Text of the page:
SEIC Methodology: Implementation

By Tom Nagle

By Tom Nagle


Implementation of Supplier-Enabled Innovation projects requires a wide range of input from within the organization and its suppliers. The time and processes used to deliver an SEI project do not belong to a single function, but do need to be coordinated if the outcome is to be timely and successful.


Procurement has a clear role to play in facilitating, but not necessarily leading or performing, the implementation work. Taking an innovation from need, to idea, to concept to prototype or trial completes the SEI journey.



The implementation module brings together the processes and approaches for taking an idea through to manufacturing, production or rollout. It demands solid risk and project management, and a cross-functional approach.


Maturity levels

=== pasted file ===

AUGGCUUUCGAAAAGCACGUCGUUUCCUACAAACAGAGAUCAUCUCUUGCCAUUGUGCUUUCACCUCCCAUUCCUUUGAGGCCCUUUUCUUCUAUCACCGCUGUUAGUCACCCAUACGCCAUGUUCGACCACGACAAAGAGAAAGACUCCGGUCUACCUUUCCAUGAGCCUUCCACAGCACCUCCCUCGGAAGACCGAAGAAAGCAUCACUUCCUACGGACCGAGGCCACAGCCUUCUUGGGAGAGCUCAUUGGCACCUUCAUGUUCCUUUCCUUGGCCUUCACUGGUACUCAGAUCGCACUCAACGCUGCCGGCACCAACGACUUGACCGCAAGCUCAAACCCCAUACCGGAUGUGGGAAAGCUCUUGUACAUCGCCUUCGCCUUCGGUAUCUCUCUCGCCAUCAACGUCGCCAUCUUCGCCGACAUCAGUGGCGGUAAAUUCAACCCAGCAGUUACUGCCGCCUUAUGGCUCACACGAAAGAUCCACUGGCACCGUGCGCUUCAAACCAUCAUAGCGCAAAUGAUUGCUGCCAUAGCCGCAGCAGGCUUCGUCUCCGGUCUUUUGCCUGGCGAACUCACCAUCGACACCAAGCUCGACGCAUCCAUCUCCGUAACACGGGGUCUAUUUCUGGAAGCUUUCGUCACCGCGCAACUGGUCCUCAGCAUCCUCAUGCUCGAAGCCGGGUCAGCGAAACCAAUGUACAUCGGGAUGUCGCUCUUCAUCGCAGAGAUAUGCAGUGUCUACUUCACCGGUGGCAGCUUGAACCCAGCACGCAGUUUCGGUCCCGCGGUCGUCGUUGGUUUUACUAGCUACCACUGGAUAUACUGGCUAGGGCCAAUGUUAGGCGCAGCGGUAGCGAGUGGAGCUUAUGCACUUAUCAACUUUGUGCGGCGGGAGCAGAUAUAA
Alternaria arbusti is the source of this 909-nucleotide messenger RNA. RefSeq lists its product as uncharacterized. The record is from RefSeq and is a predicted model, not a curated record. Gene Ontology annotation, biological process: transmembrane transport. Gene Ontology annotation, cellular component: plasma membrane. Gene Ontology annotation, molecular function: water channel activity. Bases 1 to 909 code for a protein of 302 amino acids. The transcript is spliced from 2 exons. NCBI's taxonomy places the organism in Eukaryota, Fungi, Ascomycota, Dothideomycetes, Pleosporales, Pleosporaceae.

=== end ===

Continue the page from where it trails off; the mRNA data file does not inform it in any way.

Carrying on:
Level 1: Opportunistic Innovation

Implementation is an expansion of the SEI project to include operational and infrastructure considerations, such as manufacturing or service-delivery design.


Level 2: Systemic Innovation

All areas of the business are involved in the development of implementation programs on a project basis to ensure all areas of organizational activity are aligned and coordinated.


Level 3: Interactive Innovation

A formal process exists for the co-development of implementation solutions between partners that include formal lines of authority, communication and review.


Level 4: Embedded Innovation

The processes and programs used to develop and implement SEI are continually reviewed by networks of partners and developed with the aim of increasing efficiency, effectiveness and efficacy.



No amount of ideas or identified needs will satisfy a CEO if new products or services aren’t developed, brought to market and made successful, and procurement should be involved in this process to the end. While the level of involvement may reduce, with other functions performing many of the roles, procurement’s role as facilitator should remain strong.

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